Vegan Sausage Balls



Okay. First things first. Go ahead, giggle. I know you want to.

It’s all right, I won’t tell.

You good? Cool, moving on then.

It’s that time of year again, and my mom and sister are on a Christmas candy making bender.

I’m not even kidding. You do not want to see the grocery bill, or the kitchen. All the things. Allllll the things.

I’ve managed to tweak a few of the recipes to be vegan friendly, and a few are accidentally vegan, so that’s always fun. (A note on that at the end of this post..) The resulting sugar rush though? Not always awesome.

That, however, is why God invented sausage balls.

These things are amazing. Especially dipped in mustard. And anyone who says differently, can fight me. And I’ve got a tattoo. So, uh, you don’t want to do that. (Translation: I will cry if you fight me. Please don’t.)

It was one of the things I didn’t immediately think about finding a vegan version of. I mean, “sausage balls” sounds inherently anti-vegan, no? But somewhere in between the many iterations of biscuits and gravy, we found LightLife sausage.

The texture isn’t exact… but it’s darn close. And workable like “real” sausage.

And cheese? That one was a no brainer. Lately our go-to is Follow Your Heart Cheddar shreds; but this is one of the few recipes that I’d consider reaching for Daiya first. Specifically, the pepper-jack shreds. Because spicy. But if you aren’t heat person, stick with FYH.

Again, the end result isn’t exactly the same as the regular, omni sausage balls- but I’ve fed them to several people – vegan and omni- with no complaints.

Veggie subs can be fairly expensive; especially if you’re on a budget or paycheck to paycheck, so unless I catch them on a sale, these are usually reserved for special occasions only.

A few notes before we get into it. This recipe calls for Bisquick. Not all Bisquick products are vegan! Here’s a link on that. You can also make your own, if you’re so inclined. But I’ve never tried! (Also- low carbers- my friend Regan informs me there’s a low carb version as well? I’ve never tried, but you can find it here.)

Worcestershire. As a rule, it isn’t vegan. Vegan brands exist, but lordy are they pricey. Recipes abound online though, check out Vegan Kitchen Magick’s recipe!

All set? Okay, here goes.

Vegan Sausage Balls:
Makes: a ton. I am not a food blogger, sorry guys. Usually about three cookie sheets worth. Soooo. 40-60 depending on size? (No comments. That ones low hanging fruit.)

3 Cups Bisquick
1 pkg LightLife Gimme Lean Sausage
1 pkg Vegan Cheese Shreds
3T Vegan Worchestershire Sauce
Dash of Frank’s Red Hot. (Or 3. Or 6. Who’s counting?)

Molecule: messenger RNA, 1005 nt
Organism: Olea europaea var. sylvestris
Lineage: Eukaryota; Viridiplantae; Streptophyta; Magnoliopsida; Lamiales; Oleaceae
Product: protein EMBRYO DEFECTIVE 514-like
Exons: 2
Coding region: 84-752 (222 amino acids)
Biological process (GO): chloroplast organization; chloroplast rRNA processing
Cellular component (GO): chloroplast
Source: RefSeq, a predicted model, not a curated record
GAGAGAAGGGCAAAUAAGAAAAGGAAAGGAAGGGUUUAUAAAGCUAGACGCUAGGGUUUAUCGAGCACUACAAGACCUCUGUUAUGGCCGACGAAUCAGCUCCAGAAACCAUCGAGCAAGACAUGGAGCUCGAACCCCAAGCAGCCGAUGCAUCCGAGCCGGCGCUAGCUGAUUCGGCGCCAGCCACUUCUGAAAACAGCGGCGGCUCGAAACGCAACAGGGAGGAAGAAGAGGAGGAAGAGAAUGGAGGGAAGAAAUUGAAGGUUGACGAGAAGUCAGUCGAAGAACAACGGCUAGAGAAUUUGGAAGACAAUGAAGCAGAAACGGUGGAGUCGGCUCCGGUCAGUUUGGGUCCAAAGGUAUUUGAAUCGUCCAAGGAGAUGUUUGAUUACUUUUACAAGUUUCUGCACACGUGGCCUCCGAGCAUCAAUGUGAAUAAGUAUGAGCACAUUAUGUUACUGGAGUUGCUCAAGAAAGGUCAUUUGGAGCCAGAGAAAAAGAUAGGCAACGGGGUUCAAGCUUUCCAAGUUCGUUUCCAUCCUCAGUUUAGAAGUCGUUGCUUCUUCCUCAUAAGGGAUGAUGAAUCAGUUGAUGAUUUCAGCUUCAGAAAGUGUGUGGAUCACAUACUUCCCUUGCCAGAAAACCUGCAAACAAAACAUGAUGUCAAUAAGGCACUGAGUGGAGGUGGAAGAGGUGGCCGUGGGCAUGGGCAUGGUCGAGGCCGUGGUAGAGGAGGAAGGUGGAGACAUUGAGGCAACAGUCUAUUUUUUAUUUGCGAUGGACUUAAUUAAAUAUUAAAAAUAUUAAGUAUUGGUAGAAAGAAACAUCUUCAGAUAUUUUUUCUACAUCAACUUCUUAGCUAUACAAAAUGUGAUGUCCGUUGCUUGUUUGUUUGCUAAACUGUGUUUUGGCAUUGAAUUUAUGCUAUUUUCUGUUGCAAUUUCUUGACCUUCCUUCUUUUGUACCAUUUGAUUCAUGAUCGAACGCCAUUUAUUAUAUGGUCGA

Pre-heat oven to 325 degrees.

Combine everything the best way possible. It won’t be pretty. And it’s going to be a bitch. No need to mince words. I use a mixer with a bread hook for the bulk of it, and mix with a spoon by hand – my childhood self would have KILLED for this option.

No matter what, you’re likely to have to mix it as you scoop the balls, Bisquick and cheese shreds will fall to the bottom. It’s just how it goes. I cheat sometimes and use less Bisquick and cheese, eyeballing it, but that’s hit and miss, if we’re being honest.

Scoop out small balls, maybe a tablespoon or two in size, (please. Do whatever. I eyeball these and make them 1-2 inches in size? As long as they aren’t giant, don’t sweat it.) Shape them into pretty round spheres, and put on a cookie sheet. Preferably with parchment paper or a silicone baking mat or something. Mine always stick when I grease the pan.

Bake for 10-15 minutes. Usually I go with a solid 13, but it depends on the oven and all that. The bottoms will be slightly brown, and I mean… between you and me? It’s not actual raw meat, so let’s be real, you’re going to eat one to see if they’re done, aren’t you? Thought so.

Let them cool a bit, maybe on cooling racks if you’re fancy, and then you’re good to go!

They’re great for parties and potlucks. Just… be warned you might end up roped into making them often if they go over well. 😉
They also reheat well, and if you like that sort of thing… they aren’t awful cold. So they make great holiday presents!

Let me know if you guys try them, would love any feedback!

Also, I’m seriously debating trying to fine tune the rest of my mom’s Christmas recipes, and maybe making a digital cookbook? Not 100% sure yet, though. What do you guys think? Wouldn’t anyone be interested?